His 17th album offers Sufi songs, ballads and collaborations with Aamir Zaki and Faraz Anwar
Throughout history numerous torchbearers have taken upon the challenge of performing Jugni to the audience of their time and era. But none have enjoyed the level of cult-following that Saleem Javed attracted. After close to three-and-a-half decades of endless performances and music releases, the singer has decided to call time on his music career.
A moment that almost every fan of the 80s and 90s era of Pakistan music may have dreaded seems to have finally arrived — with the singer’s seventeenth and penultimate album, Suno, shaping up to be his swansong as far as his album discography is concerned.
With album releases in Pakistan on the verge of extinction, the Jugni-fame singer elaborated how the idea of releasing a musical record to no or limited fanfare was just not lucrative enough to continue.
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“The trend of releasing albums has almost finished and now, people only release singles and music videos. I am hopeful that this trend will reverse in the future but audiences nowadays only respond to songs which have music videos and major sponsors — something which is not possible for all the tracks,” Javed tells The Express Tribune.
With a gap of almost eight years in between his sixteenth (Dosti) and seventeenth (Suno) studio album release, the singer describes his latest album as his magnum opus, which he hopes would help him sign out on a perennial high.
“There was always this thought in the back of my mind that if I ever wind up my album career then it has to be on a memorable note. And I may never make an album as great as Suno.”
His latest work is an amalgamation of the style of music that he has been known for and some experimental compositions. “I am confident that people will remember the music of Suno for years to come. It is the most profound music that I’ve ever made”.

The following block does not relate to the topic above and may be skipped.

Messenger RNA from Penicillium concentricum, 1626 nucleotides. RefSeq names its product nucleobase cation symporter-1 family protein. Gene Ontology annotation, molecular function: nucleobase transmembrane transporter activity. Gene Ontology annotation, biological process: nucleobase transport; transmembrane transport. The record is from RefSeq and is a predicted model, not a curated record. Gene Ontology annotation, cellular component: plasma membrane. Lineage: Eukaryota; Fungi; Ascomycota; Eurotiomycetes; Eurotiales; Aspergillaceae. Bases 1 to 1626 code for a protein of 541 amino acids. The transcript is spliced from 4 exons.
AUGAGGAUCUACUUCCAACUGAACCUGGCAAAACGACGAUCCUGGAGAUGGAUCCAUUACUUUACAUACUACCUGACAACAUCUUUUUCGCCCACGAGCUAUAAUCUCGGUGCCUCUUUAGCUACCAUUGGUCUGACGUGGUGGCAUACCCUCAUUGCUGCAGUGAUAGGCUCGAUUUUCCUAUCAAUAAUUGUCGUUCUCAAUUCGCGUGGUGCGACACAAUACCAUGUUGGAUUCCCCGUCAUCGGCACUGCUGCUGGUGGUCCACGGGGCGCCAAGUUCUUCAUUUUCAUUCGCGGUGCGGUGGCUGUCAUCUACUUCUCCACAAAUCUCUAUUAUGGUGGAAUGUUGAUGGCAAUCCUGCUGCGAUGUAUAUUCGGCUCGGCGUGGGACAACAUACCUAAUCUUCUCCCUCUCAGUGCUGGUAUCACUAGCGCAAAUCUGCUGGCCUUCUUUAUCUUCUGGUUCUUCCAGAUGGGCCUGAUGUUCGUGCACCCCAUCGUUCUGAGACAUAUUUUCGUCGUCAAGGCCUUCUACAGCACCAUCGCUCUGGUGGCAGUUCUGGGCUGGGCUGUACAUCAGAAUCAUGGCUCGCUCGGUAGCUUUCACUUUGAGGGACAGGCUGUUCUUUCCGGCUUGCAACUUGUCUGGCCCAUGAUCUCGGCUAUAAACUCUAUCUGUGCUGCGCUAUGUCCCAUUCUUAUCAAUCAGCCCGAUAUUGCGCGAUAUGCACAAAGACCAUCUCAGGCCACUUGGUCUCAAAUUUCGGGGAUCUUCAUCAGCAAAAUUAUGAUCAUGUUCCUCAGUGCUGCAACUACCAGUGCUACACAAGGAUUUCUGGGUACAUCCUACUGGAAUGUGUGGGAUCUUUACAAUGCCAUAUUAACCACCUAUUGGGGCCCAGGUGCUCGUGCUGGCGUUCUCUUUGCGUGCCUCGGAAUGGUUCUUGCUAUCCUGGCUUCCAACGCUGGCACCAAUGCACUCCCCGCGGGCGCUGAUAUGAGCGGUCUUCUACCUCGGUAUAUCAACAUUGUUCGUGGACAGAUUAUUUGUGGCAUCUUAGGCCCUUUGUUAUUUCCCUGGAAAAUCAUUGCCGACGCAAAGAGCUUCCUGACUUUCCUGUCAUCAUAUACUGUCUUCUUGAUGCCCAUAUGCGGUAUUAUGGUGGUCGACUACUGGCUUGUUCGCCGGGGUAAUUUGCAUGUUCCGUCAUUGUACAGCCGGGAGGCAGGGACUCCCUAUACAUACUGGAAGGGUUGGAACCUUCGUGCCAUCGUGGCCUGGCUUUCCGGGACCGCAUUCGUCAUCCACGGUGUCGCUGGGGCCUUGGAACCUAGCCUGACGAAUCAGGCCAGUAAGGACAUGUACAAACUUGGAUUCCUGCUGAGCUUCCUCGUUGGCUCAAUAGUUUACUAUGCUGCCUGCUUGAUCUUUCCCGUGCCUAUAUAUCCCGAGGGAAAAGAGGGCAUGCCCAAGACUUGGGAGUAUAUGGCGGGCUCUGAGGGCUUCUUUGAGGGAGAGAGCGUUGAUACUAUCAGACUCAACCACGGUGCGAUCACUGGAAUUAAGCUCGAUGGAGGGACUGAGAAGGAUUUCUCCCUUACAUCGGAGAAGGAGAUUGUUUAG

Even after finalising all the details for the album’s release, the singer is still spoilt for choice, telling how the decision to select 12 songs from the 15 tracks that he had initially recorded is giving him headaches.“We’re in a fix as we are unable to decide which three songs to remove.”
Suno includes a diverse range of musical styles from sufi kalams to never-heard-before unplugged versions, as well as the usual remixes. Notable Pakistani musicians like Faraz Anwar and Aamir Zaki have featured in his new album along with musicians from Mexico.
Unlike his contemporaries, who got their initial break through television, Javed terms himself a product of the stage. “My audio albums and stage performances are my true identity, not TV appearances. I remember people used to wait in line to buy my albums in wholesale markets. But people don’t want to purchase music anymore.”
Having witnessed the decline of the local music industry throughout the years, Javed urges audiences to revive Pakistani music. “Audiences should help local music stay alive like they did in the past. Otherwise music would gradually finish in Pakistan and the only alternative would be to listen to Indian music.”
Published in The Express Tribune, October 3rd, 2015.
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